Systemic exclusion with an explanation
TORONTO – When an accused Cree or Ojibwe person goes to trial in Ontario’s District of Kenora, which stretches from the Manitoba border to the James Bay coast, it’s rare that he or she will look at the jury and see a person of the same ancestry.
“It’s almost unheard of,” said Alvin Fiddler, deputy grand chief of the Nishnawbe Aski Nation, a coalition of 49 First Nations. That’s even though the 2006 census shows that more than a third of the district’s population is aboriginal.
Now, there’s an explanation that points to a systemic exclusion for almost a decade of aboriginals from jury service in the north, and perhaps elsewhere in the province.
Information submitted to a pre-inquest hearing reveals that the federal government stopped providing the provincial jury center in London, Ontario, with band electoral lists in 2000. The lists are used so questionnaires can be sent to randomly selected names to determine juror eligibility. Off-reserve, the names come from the Municipal Property Assessment Corp.
Kenora District court officials tried to get new band electoral lists in 2006 by faxing letters to 42 First Nations chiefs. They received four in reply. In 2007, officials visited 14 communities and obtained another eight lists.
Meanwhile, the rate of eligible returns of juror questionnaires mailed to reserves was 7.8 percent in 2007, compared to 56 percent of those sent to municipal populations.
The result: Out of the district’s aboriginal population of 12,111, just 44 First Nations residents are on the current jury roll.
“This is one of the most egregious, en masse human rights violations that I have seen in a long time,” said lawyer Julian Falconer, who represents NAN and Aboriginal Legal Services of Toronto and wrote to Attorney General Chris Bentley Sept. 10 asking for a formal inquiry be ordered into what happened and how it can be addressed.
The matter came to light Sept. 9 during preliminary motions for an inquest into the 2006 deaths of Ricardo Wesley and Jamie Goodwin, both 20, in a fire at the Kashechewan First Nation police jail.
Wesley’s family, represented by Falconer, wants a First Nations member to be on the five-person coroner’s jury.
That, it turned out, wasn’t possible.
No one from the reserve was on the jury roll. And, an affidavit submitted to Coroner David Eden stated, Kashechewan was not one of the communities that provincial officials contacted by fax or visited.
“At stake,” Falconer noted in his letter to Bentley, “is the right to a trial by a jury of one’s peers along with the right of First Nations to participate in the justice system. ...
“The sad irony is that while First Nations are undoubtedly overrepresented before our courts and in our jails, it is now apparent that they go unrepresented as triers in the justice system of the north.”
(According to the 2006 census, aboriginal people represent 4 percent of Canada’s adult population, yet they account for 24 percent of admissions to provincial/territorial custody, 19 percent of admissions to remand and 18 percent of admissions to federal custody.)
Indian and Northern Affairs spokespeople told reporters that the federal government, in response to privacy concerns expressed by aboriginal leaders, decided it would be more appropriate for First Nations to decide whether to share their electoral lists with other levels of government.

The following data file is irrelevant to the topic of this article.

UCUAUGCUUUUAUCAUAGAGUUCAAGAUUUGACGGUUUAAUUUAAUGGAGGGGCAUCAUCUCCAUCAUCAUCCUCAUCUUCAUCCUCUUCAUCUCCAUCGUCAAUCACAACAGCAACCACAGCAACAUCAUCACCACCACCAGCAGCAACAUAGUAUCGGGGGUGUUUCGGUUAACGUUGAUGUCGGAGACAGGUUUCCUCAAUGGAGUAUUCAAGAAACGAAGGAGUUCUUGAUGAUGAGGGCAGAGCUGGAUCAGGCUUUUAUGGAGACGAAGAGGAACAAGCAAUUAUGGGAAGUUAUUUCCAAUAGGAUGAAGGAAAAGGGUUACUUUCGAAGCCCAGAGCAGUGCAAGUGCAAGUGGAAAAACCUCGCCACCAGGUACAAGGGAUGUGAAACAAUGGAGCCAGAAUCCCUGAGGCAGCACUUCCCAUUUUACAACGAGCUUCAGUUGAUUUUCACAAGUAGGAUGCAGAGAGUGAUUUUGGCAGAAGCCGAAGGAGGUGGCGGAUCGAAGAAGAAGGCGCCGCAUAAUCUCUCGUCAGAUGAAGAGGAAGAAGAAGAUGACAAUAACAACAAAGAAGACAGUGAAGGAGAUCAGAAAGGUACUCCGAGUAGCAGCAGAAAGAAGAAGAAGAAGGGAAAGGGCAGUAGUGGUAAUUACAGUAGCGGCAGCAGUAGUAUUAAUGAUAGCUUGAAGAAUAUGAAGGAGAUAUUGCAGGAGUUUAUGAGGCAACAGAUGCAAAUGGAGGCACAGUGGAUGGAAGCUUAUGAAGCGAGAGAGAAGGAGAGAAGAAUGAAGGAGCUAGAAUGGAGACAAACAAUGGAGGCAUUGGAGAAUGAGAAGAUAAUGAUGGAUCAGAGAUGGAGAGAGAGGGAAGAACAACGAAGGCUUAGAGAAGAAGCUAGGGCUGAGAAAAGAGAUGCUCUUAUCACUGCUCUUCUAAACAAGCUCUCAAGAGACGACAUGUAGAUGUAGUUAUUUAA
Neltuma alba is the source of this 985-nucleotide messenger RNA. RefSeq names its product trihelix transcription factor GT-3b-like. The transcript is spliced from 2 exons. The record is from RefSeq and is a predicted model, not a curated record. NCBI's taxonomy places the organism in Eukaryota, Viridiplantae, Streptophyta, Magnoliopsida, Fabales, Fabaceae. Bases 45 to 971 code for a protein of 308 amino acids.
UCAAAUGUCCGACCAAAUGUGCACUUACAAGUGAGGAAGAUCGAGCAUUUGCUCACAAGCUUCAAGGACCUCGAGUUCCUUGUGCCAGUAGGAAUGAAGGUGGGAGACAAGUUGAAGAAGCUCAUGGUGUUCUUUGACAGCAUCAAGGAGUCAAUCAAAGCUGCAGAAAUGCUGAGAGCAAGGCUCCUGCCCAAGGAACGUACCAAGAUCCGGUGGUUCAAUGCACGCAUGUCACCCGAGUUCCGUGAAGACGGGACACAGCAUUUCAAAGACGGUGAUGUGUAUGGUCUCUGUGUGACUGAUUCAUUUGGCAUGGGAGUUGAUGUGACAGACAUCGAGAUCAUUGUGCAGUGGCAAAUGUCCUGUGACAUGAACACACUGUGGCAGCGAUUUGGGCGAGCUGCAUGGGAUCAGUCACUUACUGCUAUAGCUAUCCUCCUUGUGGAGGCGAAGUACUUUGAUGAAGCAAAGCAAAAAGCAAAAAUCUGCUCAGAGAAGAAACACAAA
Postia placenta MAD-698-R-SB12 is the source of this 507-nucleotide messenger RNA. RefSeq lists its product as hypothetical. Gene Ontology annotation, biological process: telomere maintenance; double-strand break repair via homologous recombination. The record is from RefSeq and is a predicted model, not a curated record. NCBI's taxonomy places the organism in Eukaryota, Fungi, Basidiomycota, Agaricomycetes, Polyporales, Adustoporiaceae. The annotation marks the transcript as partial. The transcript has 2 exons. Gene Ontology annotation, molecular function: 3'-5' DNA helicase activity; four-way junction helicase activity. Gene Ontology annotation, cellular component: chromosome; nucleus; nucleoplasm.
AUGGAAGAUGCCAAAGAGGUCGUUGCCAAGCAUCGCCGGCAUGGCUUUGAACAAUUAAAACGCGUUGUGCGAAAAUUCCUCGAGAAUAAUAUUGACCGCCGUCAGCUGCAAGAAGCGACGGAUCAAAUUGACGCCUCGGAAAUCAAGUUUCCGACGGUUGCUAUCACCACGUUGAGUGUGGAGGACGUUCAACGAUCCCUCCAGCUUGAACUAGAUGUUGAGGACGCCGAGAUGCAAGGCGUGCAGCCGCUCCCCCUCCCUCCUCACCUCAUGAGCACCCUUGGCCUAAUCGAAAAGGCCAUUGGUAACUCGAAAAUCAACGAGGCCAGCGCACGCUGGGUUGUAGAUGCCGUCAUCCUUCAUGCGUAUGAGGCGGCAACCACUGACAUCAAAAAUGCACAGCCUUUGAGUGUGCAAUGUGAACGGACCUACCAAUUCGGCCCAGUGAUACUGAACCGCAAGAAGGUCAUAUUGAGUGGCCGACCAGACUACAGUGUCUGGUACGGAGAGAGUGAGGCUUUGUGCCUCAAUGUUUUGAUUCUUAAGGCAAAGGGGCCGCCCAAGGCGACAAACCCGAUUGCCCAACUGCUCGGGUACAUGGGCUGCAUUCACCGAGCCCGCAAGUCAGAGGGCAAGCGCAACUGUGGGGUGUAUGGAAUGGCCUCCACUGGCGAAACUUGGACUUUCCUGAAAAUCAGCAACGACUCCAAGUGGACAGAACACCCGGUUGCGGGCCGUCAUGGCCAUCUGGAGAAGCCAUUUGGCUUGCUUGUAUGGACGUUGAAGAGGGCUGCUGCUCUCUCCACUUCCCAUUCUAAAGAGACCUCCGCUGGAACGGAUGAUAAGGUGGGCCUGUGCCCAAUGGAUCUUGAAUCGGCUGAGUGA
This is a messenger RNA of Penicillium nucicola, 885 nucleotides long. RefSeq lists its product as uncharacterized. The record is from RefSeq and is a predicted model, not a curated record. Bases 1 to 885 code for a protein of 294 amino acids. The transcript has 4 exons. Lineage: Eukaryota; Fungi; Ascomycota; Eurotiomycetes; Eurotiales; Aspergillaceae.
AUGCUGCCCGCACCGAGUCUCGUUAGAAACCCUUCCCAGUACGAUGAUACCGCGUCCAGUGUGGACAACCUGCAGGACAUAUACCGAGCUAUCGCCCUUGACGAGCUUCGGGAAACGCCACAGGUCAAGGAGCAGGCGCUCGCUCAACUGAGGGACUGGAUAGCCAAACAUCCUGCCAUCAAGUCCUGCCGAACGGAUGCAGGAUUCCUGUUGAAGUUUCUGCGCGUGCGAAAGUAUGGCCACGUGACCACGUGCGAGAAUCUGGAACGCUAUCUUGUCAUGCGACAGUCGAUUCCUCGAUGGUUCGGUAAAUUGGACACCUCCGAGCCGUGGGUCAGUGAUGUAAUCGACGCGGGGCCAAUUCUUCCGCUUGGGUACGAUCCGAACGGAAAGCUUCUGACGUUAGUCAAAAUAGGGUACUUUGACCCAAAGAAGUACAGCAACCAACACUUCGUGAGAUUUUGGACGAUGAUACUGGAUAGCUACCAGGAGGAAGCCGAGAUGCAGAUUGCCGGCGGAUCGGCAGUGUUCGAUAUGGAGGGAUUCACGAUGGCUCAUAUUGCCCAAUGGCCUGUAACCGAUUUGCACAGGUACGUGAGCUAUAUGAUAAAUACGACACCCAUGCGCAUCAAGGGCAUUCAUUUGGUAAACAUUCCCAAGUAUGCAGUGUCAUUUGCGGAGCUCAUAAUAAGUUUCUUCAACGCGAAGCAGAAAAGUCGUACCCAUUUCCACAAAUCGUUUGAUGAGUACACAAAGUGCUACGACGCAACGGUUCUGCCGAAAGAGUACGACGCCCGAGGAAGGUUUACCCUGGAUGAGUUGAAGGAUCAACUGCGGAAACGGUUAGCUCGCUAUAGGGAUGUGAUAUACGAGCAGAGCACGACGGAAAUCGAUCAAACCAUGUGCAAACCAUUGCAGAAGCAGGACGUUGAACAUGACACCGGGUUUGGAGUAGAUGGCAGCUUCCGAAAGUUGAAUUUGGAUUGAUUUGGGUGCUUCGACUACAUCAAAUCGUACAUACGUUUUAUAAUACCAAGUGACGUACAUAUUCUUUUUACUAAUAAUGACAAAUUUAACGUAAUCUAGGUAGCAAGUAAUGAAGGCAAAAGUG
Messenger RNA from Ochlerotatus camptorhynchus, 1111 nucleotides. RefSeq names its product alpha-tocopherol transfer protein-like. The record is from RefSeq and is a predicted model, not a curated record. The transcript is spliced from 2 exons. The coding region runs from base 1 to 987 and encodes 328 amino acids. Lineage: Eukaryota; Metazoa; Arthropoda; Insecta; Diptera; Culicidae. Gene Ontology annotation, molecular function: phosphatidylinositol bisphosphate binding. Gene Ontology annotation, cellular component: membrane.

The inference of the provincial and federal statements was that aboriginal people were the authors of their own misfortune.
It’s a description of the situation that Falconer and Fiddler reject. “Like you and I, my clients are perfectly entitled to have legitimate privacy concerns,” Falconer said. They were never advised “that they would be excluded systematically as a race from jury lists.”
Trying to blame the victim is “embarrassing,” he said, adding that the bottom line is that the province has contravened the Juries Act, which requires it to treat reserve and municipal residents equally.
If that is found to be the case, it could affect verdicts in countless cases involving First Nations defendants.
Fiddler said he was not aware that the privacy concerns would lead to exclusion from jury lists and the matter should have been properly communicated by the province.
“There’s always ways of addressing these privacy issues. That shouldn’t disengage the First Nations members from the justice process.”
Fiddler said it’s not realistic to expect a good rate of return on the jury questionnaires sent to individual reserve residents, and that the province has to reach out to aboriginal communities to address a historic distrust of the justice system.
Bentley did not respond to requests for an interview.
Meanwhile, a former attorney general said there’s nothing new about the underrepresentation of aboriginals on juries. Howard Hampton, leader of the Ontario New Democratic Party and member of provincial parliament for Kenora-Rainy River, said he raised the issue of jury rolls with ministry officials when his party was in government in the early 1990s.
Hampton said his concern was that the databases used for jury selection were skewed against low-income people, including aboriginals. Since then, the situation has been aggravated by the termination of door-to-door enumeration by elections officials.
“The result is that the justice system that is supposed to be about a jury of your peers – all of your peers, not a selected group – has a big hole in it.”